At the early stages of Bakken unconventional development, ConocoPhillips drilled the first fully downspaced DSU with 8 wells staggered in Middle Bakken (MB) and Upper Three Forks (UTF) Formations and completed wells with sliding sleeve technology which resulted in large inter-fracture spacing. We believe this left behind significant undrained resources between perforation clusters along a well and in the far field between wells. With the adoption of plug and perf technology into Bakken, infill drilling and refracturing are two main techniques to recover the inefficiently drained rock volume. This paper will focus on infill and discuss results and key findings from a successful ConocoPhillips Bakken pilot. We will highlight how we use key data types and an integrated modeling workflow to gain insights on parent well depletion, fracture hits, infill fracture geometry, and key drivers of infill well performance.

A typical vintage Drilling Spacing Unit (DSU) was selected for pilot tests. The 8 parent wells had been on production for 6 years before 3 infill wells were drilled in Middle Bakken and Middle Three Forks (MTF) formations. Infill well completion was designed to mitigate asymmetric fracture growth and promote near wellbore fracture complexity. Key data sets collected include diagnostic fracture-injection test (DFIT), offset well bottom hole pressure (BHP) during completion, long-term BHP during production, time-lapse geochemistry, and production interference tests. Comprehensive analyses were performed, and data-driven models were built by a multi-disciplinary team. The model workflow includes a geological model, hydraulic fracture model, parent well and infill well production history matching, geomechanics coupling and production forecast.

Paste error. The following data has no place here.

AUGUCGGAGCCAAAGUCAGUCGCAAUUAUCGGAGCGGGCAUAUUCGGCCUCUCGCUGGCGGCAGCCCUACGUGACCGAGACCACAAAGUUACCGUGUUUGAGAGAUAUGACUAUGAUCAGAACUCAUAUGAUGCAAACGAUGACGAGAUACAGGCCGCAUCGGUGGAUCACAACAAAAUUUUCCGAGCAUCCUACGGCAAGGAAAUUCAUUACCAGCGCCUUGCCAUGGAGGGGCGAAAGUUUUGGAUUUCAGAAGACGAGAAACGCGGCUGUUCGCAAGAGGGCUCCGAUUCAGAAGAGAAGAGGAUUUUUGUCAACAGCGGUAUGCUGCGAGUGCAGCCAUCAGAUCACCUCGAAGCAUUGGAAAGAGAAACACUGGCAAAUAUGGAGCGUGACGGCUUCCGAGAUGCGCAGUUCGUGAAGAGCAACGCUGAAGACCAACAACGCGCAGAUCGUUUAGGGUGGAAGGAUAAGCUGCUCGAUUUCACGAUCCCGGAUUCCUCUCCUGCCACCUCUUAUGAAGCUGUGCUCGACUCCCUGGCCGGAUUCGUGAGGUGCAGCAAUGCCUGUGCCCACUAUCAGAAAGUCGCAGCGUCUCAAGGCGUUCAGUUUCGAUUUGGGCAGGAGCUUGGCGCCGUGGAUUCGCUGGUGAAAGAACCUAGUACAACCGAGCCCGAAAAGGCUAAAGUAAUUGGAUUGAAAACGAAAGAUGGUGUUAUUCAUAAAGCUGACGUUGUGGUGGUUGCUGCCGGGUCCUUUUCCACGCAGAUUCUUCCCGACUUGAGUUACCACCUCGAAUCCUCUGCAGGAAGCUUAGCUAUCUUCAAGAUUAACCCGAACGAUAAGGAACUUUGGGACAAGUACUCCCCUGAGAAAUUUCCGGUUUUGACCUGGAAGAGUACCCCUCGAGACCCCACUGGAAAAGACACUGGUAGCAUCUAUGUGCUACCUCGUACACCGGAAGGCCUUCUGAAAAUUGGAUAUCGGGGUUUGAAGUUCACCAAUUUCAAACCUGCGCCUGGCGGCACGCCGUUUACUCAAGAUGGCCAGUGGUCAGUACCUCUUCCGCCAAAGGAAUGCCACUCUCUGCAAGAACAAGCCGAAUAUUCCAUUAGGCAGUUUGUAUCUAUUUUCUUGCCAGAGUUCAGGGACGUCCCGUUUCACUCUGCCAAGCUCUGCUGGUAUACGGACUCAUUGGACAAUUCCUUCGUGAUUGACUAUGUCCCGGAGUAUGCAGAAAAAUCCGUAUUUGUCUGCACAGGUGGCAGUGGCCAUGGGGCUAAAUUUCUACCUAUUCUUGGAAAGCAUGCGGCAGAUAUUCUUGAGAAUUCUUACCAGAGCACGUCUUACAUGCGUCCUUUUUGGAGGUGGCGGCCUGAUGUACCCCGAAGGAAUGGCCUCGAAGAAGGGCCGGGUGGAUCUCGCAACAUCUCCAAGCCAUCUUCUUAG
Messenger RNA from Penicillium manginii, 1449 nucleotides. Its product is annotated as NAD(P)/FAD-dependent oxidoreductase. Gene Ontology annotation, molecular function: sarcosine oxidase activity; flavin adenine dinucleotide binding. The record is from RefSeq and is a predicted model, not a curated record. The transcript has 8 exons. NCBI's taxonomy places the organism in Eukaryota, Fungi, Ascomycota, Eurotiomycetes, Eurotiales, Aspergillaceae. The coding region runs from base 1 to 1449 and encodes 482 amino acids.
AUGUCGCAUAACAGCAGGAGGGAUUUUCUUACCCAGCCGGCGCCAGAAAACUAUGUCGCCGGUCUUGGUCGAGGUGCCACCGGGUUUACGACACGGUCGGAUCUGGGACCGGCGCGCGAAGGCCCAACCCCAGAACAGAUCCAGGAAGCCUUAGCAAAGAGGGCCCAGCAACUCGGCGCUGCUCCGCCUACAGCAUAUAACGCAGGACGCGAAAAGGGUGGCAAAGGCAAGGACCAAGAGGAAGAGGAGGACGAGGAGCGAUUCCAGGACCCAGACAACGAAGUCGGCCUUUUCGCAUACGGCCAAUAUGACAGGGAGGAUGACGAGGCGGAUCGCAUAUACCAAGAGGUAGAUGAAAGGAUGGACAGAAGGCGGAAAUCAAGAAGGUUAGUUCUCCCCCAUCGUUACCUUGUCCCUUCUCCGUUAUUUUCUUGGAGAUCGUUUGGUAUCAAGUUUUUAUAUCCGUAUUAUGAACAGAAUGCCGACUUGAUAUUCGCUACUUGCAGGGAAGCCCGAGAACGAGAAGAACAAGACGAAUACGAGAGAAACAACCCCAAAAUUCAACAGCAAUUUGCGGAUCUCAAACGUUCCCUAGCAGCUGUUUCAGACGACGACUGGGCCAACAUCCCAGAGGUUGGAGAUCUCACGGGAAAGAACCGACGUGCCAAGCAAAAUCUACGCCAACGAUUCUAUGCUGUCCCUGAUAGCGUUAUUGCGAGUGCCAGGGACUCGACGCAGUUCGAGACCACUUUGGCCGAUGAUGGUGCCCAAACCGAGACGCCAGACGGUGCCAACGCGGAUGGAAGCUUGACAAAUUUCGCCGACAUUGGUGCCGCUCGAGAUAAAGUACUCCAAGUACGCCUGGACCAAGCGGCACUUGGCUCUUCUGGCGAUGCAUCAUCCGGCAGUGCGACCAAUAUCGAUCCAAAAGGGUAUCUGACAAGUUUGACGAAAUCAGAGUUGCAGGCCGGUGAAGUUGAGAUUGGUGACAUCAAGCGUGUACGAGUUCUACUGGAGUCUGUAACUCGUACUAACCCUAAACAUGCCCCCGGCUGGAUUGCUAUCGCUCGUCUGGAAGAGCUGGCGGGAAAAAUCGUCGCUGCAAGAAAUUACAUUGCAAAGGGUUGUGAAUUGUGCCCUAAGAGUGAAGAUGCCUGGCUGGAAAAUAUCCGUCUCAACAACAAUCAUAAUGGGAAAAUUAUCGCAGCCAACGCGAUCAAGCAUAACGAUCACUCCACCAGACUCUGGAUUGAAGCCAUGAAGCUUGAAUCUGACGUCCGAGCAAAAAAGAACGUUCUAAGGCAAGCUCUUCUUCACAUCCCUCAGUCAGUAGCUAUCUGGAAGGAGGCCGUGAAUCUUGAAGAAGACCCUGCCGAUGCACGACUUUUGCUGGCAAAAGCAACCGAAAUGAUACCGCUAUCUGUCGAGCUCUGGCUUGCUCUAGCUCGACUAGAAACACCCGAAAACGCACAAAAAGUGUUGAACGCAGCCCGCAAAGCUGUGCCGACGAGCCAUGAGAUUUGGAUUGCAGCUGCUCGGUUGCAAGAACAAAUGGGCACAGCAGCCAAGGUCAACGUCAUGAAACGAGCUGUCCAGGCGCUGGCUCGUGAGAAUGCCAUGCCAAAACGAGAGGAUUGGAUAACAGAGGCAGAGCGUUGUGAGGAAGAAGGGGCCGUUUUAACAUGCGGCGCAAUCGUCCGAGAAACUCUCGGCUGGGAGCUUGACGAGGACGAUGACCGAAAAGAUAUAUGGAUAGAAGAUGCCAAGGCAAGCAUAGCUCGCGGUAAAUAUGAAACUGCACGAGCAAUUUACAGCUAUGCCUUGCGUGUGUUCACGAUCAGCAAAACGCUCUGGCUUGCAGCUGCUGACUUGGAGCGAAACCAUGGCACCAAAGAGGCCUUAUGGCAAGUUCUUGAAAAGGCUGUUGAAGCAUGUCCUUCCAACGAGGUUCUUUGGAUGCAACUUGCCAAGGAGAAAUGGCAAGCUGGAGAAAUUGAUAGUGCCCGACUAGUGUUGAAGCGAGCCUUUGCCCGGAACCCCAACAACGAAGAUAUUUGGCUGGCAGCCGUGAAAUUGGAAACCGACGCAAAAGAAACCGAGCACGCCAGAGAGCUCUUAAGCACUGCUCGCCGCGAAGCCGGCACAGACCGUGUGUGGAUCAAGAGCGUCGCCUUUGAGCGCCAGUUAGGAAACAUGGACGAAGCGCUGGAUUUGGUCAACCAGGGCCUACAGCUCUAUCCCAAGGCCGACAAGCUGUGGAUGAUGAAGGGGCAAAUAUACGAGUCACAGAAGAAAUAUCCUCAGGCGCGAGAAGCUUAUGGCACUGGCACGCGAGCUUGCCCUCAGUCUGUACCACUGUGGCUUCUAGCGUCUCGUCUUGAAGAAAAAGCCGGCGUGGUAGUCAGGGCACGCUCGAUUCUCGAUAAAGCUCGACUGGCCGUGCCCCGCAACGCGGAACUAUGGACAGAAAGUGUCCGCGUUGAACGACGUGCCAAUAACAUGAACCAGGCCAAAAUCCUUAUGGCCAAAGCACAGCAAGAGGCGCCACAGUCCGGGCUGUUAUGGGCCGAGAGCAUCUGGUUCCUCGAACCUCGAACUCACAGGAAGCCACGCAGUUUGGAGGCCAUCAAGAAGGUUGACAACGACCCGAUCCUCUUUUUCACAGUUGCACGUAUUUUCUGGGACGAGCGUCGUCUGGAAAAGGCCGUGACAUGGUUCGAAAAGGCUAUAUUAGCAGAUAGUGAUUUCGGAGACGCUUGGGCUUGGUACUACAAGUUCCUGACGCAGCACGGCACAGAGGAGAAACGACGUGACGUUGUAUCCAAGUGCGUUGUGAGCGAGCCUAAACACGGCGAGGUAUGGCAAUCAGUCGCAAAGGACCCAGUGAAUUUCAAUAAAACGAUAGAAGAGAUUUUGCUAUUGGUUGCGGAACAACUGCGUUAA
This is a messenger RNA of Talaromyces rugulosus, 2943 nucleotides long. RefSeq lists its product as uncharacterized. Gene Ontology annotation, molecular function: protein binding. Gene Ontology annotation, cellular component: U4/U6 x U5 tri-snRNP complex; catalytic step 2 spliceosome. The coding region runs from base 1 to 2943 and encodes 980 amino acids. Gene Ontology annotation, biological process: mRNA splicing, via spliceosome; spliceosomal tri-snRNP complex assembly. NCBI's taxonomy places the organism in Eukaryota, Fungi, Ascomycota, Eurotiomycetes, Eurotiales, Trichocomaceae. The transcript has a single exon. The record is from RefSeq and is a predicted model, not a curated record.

The key findings include: 1) Many positive fracture hits were observed in surrounding parent wells during infill well stimulation, resulting in significant parent well production uplifts. 2) The far-field depletion near infill wells was not as high as originally thought, indicating inefficient drainage in-between parent wells. 3) Infill wells outperform parent wells based on the first-year production and long-term forecast shows encouraging infill economic potential. 4) Parent well depletion prior to infill and infill well spacing/stacking are two key factors for infill success. 5) The infill potential of many similar DSUs is unlocked.

The learnings from this data rich pilot can help to improve the understanding of infill well design and parent-child well interaction. The success of this infill pilot will inspire more infill programs to further unlock unconventional reservoir potential. The novel data-driven modeling approach can help to advance the research and development of practical unconventional reservoir analysis tools and workflows.

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